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Ruby Installation in Ubuntu Using RVM

Previously we've been talking about the Differences Between RVM, Rbenv, and RubyInstaller, and also I wrote a post about Creating a Linux Virtual Machine in AWS. We'll have to use these entries as the necessary context for this post to install Ruby on a Linux environment using RVM. So, I'll assume on this post that you have:

  • * A Linux-based local machine (a virtual or physical one), where you can install Ruby via RVM
  • * You have root access (admin access) to that machine, and you know how to use the Console or Terminal
  • * You know the differences between RVM, Rbenv, and RubyInstaller, so you know about what we're talking about here

Step #1 - Access to the Linux Machine

Because we're using a virtual environment for this post, and we're giving continuity to this post: Creating a Linux Virtual Machine in AWS, we have to first access this machine using our terminal and SSH:

$ ssh -p 22 -i ~/.ssh/ubuntu-webserver-rails.pem [email protected]  

Note: here is where we finished in the post mentioned above

Step #2- Update Linux packages and build the environment

This step helps us to update Linux and create the environment.

$ sudo apt-get update

apt-get update command downloads the package lists from the repositories and "updates" them to get information on packages' newest versions and dependencies. It will do this for all repositories and PPAs. Learn more about this here

$ sudo apt-get install -y curl gnupg build-essential

The build-essentials packages are meta-packages necessary for compiling software. They include the GNU debugger, g++/GNU compiler collection, and some more tools and libraries required to compile a program. For example, if you need to work on a C/C++ compiler, you must install essential meta-packages on your system before starting the C compiler installation. When installing the build-essential packages, some other packages such as G++, dpkg-dev, GCC and make, etc., are also installed on your system.

Step #3- Install GPG Keys

As a next step, install GPG keys used to verify the installation package:

$ sudo gpg --keyserver --recv-key 409B6B1796C275462A1703113804BB82D39DC0E3 7D2BAF1CF37B13E2069D6956105BD0E739499BDB

GPG is the Gnu Privacy Guard, and it is an implementation of OpenPGP (Open Pretty Good Privacy). It is an encryption technique initially developed for use in e-mail exchanges. However, it is now used in several applications, such as code signing for Linux code repositories and source code repositories like GitHub.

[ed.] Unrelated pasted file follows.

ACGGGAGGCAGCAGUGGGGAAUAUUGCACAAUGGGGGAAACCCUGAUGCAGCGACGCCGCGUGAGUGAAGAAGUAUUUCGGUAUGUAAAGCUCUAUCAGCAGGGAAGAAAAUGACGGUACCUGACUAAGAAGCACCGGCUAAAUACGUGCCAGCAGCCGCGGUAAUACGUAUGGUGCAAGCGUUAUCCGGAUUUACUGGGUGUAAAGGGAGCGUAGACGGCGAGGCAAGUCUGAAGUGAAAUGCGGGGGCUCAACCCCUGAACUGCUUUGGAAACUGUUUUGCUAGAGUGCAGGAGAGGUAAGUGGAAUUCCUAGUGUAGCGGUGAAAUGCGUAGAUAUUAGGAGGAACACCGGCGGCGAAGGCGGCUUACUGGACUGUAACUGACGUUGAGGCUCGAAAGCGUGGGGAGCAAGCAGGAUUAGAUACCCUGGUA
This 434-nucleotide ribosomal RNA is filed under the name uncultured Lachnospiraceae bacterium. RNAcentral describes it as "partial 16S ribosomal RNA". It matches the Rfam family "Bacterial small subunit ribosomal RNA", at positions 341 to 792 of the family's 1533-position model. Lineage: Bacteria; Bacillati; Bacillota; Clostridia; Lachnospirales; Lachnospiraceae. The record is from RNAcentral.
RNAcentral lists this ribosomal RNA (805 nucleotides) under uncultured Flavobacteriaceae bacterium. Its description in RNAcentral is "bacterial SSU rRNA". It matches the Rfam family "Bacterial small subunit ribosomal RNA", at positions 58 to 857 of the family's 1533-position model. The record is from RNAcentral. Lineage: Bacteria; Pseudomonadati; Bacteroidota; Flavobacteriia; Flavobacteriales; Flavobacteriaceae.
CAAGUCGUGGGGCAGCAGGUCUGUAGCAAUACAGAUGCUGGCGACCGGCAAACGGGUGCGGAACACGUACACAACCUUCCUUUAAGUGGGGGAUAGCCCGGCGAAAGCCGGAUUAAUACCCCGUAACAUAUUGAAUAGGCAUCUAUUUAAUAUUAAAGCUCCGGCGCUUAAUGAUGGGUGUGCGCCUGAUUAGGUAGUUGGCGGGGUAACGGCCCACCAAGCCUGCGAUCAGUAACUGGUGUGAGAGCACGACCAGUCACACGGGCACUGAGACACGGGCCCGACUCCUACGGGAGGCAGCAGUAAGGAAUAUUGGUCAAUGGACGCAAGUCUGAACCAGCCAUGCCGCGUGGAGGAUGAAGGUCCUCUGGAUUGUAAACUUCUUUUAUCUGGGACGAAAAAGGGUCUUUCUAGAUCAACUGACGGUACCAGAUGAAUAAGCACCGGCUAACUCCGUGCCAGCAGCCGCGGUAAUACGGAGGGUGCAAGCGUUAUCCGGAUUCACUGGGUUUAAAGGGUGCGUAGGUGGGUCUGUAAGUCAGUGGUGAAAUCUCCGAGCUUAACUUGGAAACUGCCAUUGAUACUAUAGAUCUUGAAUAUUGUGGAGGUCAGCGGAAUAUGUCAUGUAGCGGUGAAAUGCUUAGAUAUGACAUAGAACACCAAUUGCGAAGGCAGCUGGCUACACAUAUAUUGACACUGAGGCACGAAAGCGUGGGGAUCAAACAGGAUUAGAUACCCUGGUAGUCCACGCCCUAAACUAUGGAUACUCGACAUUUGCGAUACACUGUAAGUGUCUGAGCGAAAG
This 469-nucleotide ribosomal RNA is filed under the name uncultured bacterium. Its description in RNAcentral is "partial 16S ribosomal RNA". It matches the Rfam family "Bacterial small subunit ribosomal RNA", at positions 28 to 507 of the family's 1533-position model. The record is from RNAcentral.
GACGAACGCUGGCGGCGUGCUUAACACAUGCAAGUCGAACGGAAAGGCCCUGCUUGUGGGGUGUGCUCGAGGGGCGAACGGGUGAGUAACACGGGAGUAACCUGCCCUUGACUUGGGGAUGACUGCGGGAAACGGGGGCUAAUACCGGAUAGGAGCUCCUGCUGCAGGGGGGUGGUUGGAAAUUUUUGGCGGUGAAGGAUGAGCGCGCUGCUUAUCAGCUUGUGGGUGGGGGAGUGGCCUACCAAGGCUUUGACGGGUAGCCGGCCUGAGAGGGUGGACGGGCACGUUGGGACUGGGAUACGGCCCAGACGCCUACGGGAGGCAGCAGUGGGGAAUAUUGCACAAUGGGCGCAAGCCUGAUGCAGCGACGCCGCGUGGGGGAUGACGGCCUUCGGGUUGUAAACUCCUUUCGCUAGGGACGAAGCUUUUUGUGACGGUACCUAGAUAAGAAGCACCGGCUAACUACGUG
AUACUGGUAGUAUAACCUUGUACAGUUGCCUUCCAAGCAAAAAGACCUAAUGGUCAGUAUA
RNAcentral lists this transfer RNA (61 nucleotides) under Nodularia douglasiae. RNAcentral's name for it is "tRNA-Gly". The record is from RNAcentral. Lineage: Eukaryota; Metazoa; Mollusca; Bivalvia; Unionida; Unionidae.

OpenPGP is a hybrid of the two-key cryptography approach where the message to be exchanged (called plaintext) is first compressed, and then a session key is created as a one-time use secret key. The compressed plaintext is then encrypted with the session key. The session key is then encrypted with the destination's public key and bundled with the encrypted message (called ciphertext). The destination can decrypt the session key with their private key then decompress it to recover the original plaintext.

There are several different ways to create a GPG key. The easiest is with the "gpg" or "gpg2" commands available on many major operating systems. Many commercial encryption programs also include a way to generate a GPG key. You can then store the public version on a public key server so folks can start sending you encrypted files/message traffic. Only you will decrypt it because only you have the associated private key.

Step #4- Install RVM

Curl is used for transferring data using various network protocols. The name stands for "Client URL." Using this tool, we can access the RVM webpage to get the latest and most stable version of RVM.

$ curl -sSL | sudo bash -s stable

Then we can add the current/root user to a group with the command.

$ sudo usermod -a -G rvm `whoami`

whoami It is a concatenation of the words "Who am I?" and prints the effective username of the current user when invoked. More info here:

$ if sudo grep -q secure_path /etc/sudoers; then sudo sh -c "echo export rvmsudo_secure_path=1 >> /etc/profile.d/" && echo Environment variable installed; fi

This last command seems a little bit more cryptic than the other ones, so I'll try to explain it: In Linux and other Unix-like operating systems, only the root user can run all commands and perform certain critical operations on the system such as install and update, remove packages, create users and groups, modify important system configuration files and so on.

However, a system administrator who assumes the role of the root user can permit other normal system users with the help of the sudo command and a few configurations to run some commands and carry out many vital system operations, including the ones mentioned above.

Alternatively, the system administrator can share the root user password (which is not recommended) so that routine system users can access the root user account via the su command.